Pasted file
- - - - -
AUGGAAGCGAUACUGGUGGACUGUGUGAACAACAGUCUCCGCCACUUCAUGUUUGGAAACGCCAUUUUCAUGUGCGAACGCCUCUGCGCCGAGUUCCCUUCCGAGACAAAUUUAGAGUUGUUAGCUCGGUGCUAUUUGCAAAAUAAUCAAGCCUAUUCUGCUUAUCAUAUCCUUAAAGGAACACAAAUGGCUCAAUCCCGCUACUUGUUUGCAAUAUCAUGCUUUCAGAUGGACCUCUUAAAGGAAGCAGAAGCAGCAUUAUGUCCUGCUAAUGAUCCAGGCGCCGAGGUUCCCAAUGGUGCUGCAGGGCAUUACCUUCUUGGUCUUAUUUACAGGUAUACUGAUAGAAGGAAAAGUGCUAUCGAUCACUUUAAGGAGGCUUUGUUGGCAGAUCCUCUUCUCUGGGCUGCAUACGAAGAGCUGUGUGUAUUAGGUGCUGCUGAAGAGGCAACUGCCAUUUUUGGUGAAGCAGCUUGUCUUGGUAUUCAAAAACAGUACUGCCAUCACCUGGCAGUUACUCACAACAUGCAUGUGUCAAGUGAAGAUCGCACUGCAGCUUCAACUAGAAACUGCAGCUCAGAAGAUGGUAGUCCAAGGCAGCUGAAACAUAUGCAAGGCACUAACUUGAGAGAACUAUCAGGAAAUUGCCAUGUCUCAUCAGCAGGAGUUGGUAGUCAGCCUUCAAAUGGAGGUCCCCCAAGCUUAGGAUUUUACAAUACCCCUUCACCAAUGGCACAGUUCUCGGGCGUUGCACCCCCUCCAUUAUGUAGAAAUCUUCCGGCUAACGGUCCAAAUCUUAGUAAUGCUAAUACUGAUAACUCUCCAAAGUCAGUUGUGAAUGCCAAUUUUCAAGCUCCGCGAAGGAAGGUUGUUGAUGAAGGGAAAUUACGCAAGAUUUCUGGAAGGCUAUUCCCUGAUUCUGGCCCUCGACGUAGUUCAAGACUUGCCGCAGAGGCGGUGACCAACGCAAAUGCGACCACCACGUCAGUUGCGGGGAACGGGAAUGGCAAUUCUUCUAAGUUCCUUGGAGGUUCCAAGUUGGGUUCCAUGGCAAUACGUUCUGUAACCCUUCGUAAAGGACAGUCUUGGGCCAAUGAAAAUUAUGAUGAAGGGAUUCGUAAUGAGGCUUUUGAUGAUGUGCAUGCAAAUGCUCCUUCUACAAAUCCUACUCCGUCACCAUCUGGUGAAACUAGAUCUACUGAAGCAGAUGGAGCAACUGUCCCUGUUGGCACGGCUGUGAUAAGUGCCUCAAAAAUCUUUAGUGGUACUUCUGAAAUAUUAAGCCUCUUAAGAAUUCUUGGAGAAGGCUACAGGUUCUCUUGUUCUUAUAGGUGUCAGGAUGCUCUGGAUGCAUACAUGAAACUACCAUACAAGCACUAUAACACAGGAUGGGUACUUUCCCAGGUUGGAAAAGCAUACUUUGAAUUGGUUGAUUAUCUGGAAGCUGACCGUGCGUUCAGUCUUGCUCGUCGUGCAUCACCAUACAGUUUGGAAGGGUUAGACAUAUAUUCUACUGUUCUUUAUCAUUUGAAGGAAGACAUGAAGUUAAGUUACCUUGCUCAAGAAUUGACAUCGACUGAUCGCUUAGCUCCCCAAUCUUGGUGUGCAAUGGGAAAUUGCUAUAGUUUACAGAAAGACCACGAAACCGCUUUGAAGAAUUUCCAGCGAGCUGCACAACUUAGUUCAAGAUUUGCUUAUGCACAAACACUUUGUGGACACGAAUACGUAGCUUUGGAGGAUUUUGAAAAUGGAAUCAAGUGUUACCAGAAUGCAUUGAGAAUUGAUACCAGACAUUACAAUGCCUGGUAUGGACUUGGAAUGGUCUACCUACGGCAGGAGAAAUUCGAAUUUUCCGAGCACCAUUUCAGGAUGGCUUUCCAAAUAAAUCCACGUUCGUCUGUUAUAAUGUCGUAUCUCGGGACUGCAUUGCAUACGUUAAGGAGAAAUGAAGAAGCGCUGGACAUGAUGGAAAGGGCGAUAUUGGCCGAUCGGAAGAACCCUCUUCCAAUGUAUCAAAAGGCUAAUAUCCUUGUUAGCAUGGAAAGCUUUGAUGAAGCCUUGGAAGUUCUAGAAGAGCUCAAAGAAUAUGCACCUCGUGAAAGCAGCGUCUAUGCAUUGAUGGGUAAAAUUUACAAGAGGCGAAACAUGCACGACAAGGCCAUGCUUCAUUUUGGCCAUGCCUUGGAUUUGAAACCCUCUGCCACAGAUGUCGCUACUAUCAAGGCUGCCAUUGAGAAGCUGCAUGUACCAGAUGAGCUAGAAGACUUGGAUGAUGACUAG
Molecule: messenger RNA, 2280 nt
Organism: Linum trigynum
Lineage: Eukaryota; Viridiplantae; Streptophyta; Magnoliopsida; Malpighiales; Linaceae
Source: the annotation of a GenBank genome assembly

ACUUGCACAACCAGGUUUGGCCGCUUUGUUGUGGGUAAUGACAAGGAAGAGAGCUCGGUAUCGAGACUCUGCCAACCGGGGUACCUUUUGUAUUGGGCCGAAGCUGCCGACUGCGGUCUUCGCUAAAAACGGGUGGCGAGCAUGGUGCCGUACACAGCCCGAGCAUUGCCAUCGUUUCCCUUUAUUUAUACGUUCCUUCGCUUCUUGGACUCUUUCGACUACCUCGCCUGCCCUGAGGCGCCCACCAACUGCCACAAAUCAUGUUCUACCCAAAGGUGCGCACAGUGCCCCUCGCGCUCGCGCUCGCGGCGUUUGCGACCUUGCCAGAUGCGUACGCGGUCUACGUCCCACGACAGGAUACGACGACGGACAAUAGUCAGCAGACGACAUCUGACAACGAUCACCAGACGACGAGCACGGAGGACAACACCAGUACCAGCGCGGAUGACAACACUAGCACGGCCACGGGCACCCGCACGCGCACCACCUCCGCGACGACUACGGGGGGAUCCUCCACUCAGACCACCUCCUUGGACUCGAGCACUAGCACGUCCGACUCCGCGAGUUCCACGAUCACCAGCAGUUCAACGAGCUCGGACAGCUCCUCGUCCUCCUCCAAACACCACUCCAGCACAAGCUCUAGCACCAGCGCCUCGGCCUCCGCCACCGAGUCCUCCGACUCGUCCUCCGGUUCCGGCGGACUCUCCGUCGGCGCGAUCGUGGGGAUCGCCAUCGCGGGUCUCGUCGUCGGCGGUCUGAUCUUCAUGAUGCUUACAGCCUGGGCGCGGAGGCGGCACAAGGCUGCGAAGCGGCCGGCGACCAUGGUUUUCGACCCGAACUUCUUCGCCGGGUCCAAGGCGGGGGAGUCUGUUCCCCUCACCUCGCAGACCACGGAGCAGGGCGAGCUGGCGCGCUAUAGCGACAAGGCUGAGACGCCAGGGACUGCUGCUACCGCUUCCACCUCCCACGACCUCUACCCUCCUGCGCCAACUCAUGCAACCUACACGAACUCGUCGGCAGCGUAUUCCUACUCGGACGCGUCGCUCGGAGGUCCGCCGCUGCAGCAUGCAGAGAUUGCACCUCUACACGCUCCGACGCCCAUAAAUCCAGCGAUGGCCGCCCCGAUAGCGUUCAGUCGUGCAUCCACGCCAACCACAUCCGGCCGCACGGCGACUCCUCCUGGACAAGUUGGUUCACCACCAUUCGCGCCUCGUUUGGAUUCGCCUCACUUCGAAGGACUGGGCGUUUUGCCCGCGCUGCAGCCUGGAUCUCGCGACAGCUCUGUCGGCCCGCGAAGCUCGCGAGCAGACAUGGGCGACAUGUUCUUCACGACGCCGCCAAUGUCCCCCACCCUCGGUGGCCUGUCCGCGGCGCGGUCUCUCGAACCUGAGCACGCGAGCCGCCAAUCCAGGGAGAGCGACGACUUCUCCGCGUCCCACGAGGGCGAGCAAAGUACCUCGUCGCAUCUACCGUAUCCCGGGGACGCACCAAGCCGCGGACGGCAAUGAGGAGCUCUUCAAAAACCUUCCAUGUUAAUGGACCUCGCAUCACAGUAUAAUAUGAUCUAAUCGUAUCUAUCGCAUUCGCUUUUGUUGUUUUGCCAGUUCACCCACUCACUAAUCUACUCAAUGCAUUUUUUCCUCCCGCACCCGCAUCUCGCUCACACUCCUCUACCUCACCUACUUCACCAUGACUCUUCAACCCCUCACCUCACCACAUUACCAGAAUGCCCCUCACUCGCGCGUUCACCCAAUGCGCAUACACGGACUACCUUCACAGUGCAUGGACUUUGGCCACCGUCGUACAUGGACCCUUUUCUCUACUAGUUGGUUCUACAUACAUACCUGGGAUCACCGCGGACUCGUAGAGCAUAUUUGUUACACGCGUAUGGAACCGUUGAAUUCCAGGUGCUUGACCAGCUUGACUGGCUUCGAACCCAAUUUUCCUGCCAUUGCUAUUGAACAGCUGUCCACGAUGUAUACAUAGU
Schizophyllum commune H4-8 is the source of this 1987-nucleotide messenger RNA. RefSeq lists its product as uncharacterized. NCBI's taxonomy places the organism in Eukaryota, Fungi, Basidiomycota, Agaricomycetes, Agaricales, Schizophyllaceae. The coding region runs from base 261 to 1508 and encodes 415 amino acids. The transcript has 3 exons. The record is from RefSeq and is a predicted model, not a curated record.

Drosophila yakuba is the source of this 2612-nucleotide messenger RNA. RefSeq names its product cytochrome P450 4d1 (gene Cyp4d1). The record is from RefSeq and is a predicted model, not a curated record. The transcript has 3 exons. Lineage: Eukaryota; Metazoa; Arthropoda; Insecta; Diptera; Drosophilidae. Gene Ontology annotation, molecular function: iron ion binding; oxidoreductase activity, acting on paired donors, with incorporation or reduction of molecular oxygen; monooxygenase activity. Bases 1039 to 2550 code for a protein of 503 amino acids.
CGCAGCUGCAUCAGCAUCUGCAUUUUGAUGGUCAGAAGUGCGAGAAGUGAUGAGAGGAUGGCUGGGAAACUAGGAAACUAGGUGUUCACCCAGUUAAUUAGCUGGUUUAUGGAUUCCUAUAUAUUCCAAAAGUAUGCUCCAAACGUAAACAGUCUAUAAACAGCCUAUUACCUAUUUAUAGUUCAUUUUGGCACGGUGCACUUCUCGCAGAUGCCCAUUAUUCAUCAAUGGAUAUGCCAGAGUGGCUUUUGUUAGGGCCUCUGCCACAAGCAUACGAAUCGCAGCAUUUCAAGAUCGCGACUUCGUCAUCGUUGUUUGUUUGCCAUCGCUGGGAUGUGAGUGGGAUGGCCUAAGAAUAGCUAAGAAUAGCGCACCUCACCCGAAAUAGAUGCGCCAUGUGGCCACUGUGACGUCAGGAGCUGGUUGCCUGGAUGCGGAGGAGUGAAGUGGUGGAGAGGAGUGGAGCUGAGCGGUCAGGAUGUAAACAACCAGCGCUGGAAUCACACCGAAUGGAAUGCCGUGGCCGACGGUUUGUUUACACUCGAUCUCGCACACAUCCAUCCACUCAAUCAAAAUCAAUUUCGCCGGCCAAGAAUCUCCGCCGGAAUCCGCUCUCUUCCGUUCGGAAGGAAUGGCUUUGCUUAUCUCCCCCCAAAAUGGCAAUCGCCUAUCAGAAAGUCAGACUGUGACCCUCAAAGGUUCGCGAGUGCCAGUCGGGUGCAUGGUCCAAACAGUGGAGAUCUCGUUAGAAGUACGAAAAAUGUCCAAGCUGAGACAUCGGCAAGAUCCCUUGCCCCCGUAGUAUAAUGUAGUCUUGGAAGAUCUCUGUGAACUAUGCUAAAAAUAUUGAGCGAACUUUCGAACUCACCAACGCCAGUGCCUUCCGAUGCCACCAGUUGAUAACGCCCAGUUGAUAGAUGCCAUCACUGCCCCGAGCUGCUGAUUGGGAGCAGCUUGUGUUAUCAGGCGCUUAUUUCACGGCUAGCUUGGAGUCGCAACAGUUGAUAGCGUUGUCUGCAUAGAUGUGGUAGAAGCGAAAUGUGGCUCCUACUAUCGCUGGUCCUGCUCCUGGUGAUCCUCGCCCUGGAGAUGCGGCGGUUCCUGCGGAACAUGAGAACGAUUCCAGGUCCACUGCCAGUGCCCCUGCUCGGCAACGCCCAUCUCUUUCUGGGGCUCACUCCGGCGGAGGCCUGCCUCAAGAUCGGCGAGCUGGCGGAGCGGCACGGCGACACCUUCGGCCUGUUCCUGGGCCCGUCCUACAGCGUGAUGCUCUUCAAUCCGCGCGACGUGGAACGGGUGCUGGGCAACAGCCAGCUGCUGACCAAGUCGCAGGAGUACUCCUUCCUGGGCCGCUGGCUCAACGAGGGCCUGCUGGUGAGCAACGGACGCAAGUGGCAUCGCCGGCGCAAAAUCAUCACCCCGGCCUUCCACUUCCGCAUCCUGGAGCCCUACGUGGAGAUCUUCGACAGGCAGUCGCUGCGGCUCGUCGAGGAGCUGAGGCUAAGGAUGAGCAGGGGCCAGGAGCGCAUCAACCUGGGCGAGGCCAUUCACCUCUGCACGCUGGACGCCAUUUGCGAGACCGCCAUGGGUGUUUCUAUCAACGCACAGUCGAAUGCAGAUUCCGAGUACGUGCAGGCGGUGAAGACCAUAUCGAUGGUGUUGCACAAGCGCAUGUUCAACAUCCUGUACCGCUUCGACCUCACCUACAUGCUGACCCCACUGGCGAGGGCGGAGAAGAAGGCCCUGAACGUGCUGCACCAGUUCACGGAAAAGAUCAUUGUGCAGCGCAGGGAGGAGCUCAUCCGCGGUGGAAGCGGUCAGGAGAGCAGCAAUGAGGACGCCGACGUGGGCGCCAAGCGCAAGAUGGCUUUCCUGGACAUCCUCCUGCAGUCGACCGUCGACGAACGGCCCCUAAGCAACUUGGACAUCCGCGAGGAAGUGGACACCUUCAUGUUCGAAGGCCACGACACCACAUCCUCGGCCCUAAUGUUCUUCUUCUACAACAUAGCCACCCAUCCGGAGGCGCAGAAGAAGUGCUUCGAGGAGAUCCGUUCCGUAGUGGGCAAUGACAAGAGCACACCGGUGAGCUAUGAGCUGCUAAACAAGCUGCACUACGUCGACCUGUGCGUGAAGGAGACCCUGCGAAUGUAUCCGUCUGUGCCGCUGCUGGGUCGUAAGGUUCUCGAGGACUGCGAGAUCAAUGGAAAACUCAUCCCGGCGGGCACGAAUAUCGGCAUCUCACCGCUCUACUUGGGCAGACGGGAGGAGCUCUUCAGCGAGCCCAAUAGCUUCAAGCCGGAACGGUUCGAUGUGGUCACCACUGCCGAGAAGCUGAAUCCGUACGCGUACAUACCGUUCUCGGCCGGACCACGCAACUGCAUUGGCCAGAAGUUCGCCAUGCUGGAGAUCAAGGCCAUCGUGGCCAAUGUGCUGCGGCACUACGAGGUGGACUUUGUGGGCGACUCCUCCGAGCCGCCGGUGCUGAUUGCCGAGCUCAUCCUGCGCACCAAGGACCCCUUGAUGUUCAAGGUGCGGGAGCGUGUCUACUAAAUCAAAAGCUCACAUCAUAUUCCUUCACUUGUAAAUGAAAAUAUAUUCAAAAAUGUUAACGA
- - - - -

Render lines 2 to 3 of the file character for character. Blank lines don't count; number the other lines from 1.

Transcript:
Molecule: messenger RNA, 2280 nt
Organism: Linum trigynum